FOOD
March 17, 2011 | By Craig LaBan, Inquirer Restaurant Critic
If most normal humans are made up of nearly 90 percent water, I am at the very least 80 percent coffee. Not only do I drink it from morning to night, loving the hot black spark perking through my body and mind, I've come to savor its myriad roasty flavors, the manual craft of brewing gear, and especially its culture of rituals - which can be oh-so-hard to change. Like most discerning Philadelphians, my ritual for more than a decade has been a cup of La Colombe, the city's "house brew," judging by the number of restaurants and cafes that have a pot of Corsica or shot of Nizza at the ready.
BUSINESS
March 21, 2010 | By Jeff Gelles INQUIRER STAFF WRITER
Critics say American businesses often pay too much attention to the next quarter's results. Even private companies can succumb, favoring short-term profits over long-term, sustainable growth. At Chariot Solutions, which led the small-company pack in the Top Workplaces 2010, management has tried to chart a different course. "We're not your average IT service firm," said Michael Rappaport, chief executive officer of the Fort Washington company. It is a distinction he plainly wears with pride.
NEWS
June 5, 2007 | By Dan DeLuca INQUIRER MUSIC CRITIC
Paul McCartney is doing more than the gardening, and is most sincerely not wasting away. Macca, as you might have heard, is 64. But as the cute Beatle inches closer to retirement age, he's behaving like a thoroughly modern guy. He's just made his solo material available digitally on iTunes for the first time, and rumor has it that an Apple-to-Apple agreement will soon find the Beatles catalog online as well. Sir Paul has also been talking up his new touchingly personal album, Memory Almost Full (MPL Communications . )
ENTERTAINMENT
March 2, 2007 | By Wendy Rosenfield FOR THE INQUIRER
Mum Puppettheatre's Fantoccini series (fantoccini is an Italian term for "puppet" used to describe brief, humorous shows put on between scenes) is known for expanding the definition of what exactly makes a puppet a puppet. So it is only fitting that in "Applehead," the first bit in Mum's new production The Fantoccini Brothers, puppeteer Genevieve Perrier sits center stage, fully visible, with both index fingers planted inside a pair of Granny Smith apples. In the same manner that Duchamp transformed the humble urinal into a work of art, this piece, written in 2001 by Corinna Burns, transforms common table fruit into finger puppets.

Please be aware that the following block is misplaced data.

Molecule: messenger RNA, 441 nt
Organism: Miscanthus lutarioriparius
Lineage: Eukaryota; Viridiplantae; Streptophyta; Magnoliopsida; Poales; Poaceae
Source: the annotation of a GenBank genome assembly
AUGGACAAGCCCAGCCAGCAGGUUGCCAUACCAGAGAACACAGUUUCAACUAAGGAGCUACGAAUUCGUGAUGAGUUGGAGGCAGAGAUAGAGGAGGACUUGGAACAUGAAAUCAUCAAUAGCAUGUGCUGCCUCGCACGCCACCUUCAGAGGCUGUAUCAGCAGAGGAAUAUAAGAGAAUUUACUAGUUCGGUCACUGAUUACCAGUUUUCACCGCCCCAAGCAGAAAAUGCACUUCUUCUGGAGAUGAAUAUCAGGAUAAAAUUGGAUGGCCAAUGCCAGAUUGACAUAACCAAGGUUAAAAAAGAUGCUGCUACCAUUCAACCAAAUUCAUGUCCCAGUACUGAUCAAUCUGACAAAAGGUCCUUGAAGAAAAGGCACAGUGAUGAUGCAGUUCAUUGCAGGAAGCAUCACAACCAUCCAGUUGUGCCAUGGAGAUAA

NEWS
February 25, 2007 | By Bonnie L. Cook INQUIRER STAFF WRITER
Owners of MilkBoy, the coffeehouse that has fueled Ardmore's revival with dual shots of caffeine and funky culture, will try a version of their cafe in Bryn Mawr. Paul Lichtman, Jamie Lokoff and Tommy Joyner will open a second MilkBoy Coffee on March 5, in the Bryn Mawr Film Institute building at 824 W. Lancaster Ave. The fledgling cafe will resemble its parent somewhat; both will offer live music most nights and attempt to draw patrons with a '60s-style coffeehouse atmosphere.
NEWS
July 14, 2006 | By Dwight Ott INQUIRER STAFF WRITER
Before the end of next month, drivers on Admiral Wilson Boulevard in Camden may not be able to stop for that cup of java at all-night mini marts after 1 a.m. weekdays. And no one will be able to go to the Chinese takeouts on Federal Street after 3 in the morning for fried rice. Last night, Camden City Council unanimously approved legislation that would force eateries to close down an hour after midnight during weekdays and by 2 a.m. on weekends. If not vetoed by the city's state-appointed chief operating officer, Melvin R. "Randy" Primas Jr., the restrictions will go into effect 20 days after being published.